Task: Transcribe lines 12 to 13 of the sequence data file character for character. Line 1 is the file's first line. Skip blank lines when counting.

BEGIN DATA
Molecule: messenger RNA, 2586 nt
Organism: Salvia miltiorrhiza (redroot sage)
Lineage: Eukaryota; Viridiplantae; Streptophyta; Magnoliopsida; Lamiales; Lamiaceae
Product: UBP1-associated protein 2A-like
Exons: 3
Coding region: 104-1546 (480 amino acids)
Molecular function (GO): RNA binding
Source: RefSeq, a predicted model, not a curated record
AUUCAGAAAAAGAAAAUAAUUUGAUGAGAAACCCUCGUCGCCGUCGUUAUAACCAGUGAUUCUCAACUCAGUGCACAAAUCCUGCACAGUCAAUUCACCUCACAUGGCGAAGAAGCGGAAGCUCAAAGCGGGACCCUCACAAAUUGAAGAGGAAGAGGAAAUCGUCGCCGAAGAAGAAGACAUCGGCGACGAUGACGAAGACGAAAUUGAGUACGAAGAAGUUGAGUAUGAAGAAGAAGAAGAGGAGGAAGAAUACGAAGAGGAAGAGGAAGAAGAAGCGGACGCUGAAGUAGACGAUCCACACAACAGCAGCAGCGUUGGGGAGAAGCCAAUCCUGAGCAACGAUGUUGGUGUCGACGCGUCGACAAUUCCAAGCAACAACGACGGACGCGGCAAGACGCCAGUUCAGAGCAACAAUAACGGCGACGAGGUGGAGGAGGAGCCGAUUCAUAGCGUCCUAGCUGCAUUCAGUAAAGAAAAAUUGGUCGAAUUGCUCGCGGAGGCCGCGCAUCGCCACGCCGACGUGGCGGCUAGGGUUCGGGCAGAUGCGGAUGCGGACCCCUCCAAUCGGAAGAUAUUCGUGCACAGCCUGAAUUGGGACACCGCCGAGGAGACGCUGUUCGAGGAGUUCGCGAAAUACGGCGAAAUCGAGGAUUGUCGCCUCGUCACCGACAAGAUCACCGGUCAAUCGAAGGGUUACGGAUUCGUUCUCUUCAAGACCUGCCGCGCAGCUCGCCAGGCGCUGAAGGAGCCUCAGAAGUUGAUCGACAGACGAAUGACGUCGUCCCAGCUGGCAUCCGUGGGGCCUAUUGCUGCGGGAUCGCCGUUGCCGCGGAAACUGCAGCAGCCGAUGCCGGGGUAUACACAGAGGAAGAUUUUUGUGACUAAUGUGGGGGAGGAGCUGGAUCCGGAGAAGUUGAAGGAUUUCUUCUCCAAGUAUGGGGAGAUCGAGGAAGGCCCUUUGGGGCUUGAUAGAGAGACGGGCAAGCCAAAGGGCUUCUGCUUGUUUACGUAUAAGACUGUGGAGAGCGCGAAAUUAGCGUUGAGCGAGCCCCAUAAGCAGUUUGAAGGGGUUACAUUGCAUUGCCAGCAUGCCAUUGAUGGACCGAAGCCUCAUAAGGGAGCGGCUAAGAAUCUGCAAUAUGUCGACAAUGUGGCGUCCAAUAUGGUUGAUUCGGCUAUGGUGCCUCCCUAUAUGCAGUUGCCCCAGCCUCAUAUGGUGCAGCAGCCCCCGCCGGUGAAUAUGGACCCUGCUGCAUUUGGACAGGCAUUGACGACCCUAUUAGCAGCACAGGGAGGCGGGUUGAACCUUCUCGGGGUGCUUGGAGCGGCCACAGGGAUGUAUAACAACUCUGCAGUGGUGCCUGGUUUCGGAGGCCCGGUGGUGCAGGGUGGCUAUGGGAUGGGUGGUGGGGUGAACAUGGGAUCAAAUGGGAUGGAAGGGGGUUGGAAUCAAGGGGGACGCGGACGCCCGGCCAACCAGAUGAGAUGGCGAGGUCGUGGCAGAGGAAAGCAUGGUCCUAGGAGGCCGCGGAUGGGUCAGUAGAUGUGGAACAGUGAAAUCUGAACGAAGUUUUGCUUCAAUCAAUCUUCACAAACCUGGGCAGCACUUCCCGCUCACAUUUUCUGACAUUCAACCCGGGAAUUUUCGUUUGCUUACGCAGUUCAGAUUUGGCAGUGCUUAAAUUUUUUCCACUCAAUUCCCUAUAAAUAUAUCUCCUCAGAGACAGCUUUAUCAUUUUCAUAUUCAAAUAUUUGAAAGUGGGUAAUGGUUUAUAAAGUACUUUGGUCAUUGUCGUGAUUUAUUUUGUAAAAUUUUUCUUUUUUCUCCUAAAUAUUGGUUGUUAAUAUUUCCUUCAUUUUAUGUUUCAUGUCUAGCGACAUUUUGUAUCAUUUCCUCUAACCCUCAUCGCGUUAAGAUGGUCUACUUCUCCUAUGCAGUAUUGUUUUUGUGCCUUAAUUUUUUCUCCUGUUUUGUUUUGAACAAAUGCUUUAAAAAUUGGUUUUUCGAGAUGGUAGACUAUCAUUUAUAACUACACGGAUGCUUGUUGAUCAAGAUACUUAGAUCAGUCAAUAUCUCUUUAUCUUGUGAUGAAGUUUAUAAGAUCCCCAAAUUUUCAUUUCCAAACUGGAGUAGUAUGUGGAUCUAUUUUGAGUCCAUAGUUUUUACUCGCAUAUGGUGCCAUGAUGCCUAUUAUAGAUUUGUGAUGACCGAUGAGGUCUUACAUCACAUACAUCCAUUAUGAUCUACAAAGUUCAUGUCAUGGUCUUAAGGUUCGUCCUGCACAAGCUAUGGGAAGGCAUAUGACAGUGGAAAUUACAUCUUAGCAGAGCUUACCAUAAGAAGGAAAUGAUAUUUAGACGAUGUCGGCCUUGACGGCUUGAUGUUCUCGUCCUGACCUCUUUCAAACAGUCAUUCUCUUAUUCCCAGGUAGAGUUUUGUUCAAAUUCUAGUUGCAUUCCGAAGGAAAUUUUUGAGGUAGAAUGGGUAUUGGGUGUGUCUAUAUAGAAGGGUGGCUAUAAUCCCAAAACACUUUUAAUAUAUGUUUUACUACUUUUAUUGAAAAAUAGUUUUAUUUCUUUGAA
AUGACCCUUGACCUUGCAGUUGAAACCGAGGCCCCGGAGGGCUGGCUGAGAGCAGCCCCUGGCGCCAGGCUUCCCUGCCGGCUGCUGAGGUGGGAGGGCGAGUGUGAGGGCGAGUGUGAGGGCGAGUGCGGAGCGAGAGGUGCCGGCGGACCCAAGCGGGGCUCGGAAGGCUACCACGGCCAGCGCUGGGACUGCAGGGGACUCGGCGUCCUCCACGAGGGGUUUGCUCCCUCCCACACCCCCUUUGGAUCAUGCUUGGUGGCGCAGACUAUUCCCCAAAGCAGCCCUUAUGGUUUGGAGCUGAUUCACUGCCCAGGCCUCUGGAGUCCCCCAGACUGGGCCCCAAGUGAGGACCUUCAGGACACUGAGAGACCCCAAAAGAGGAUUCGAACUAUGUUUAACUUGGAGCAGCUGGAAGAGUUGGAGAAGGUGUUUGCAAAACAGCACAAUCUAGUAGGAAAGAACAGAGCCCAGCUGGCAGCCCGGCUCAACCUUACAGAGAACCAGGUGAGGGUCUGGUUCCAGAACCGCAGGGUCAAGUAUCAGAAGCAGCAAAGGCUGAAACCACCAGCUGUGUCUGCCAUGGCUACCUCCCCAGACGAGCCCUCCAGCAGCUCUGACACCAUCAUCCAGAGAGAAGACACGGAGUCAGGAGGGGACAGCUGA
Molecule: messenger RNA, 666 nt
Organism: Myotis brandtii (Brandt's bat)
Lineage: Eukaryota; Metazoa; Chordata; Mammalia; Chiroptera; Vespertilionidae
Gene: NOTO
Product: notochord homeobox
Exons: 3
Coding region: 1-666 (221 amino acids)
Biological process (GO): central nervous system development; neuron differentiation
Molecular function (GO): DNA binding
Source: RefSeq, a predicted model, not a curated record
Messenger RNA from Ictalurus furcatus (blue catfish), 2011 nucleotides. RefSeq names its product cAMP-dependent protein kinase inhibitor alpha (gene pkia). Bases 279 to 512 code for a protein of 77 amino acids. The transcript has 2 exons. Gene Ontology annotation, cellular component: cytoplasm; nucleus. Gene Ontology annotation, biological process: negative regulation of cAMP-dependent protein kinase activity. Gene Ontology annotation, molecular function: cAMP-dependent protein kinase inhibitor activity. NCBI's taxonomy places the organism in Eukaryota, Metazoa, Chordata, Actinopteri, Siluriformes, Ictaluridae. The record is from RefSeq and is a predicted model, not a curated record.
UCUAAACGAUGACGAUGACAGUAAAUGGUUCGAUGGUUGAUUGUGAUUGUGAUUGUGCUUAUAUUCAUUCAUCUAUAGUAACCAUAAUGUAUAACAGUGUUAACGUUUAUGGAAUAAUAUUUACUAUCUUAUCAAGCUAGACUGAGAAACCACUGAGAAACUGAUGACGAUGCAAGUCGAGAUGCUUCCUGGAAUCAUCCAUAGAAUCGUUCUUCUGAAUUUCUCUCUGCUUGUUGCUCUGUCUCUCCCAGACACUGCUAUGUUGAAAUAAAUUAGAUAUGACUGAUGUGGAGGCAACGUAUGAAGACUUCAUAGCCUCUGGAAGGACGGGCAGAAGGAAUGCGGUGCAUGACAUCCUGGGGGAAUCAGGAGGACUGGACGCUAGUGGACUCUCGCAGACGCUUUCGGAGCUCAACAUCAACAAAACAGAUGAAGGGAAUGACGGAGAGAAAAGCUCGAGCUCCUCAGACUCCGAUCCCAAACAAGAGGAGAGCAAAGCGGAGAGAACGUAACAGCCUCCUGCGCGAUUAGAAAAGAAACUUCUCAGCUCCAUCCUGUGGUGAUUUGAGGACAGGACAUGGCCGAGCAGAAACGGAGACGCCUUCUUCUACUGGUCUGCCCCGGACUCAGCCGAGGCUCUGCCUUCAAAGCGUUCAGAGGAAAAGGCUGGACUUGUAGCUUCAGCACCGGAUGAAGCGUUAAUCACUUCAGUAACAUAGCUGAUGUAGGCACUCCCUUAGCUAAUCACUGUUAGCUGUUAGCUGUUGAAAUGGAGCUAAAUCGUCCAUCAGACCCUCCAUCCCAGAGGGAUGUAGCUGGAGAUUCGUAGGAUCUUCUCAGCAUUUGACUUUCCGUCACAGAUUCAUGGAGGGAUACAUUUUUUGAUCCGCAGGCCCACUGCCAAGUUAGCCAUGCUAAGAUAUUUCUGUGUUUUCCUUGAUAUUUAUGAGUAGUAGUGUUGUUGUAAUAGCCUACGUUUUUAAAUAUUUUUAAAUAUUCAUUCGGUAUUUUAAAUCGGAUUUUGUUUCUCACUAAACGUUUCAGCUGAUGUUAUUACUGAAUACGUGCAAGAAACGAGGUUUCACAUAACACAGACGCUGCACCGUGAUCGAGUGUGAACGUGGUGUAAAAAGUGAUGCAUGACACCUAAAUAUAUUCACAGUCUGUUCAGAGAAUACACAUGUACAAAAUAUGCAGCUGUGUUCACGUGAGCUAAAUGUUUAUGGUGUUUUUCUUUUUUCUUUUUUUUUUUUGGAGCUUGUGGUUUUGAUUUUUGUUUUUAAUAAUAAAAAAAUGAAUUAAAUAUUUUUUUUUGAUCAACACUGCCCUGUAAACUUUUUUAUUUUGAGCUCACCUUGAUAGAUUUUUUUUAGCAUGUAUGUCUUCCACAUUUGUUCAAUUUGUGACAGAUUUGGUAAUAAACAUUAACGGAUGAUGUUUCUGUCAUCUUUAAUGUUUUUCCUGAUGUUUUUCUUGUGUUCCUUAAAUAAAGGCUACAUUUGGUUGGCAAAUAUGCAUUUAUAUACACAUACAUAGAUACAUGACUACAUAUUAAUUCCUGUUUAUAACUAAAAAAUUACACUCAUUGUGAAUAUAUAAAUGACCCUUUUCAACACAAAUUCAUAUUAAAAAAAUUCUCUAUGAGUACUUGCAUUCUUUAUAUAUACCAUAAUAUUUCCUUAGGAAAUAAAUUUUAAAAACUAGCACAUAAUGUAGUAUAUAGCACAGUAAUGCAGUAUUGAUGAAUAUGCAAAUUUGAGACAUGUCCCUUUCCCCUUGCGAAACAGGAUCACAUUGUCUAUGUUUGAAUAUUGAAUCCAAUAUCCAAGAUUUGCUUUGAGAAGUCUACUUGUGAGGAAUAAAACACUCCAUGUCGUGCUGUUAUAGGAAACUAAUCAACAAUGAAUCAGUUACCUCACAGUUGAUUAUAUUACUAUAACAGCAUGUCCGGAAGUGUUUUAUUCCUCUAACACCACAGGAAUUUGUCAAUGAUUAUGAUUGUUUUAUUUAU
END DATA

Organism: Myotis brandtii (Brandt's bat)
Lineage: Eukaryota; Metazoa; Chordata; Mammalia; Chiroptera; Vespertilionidae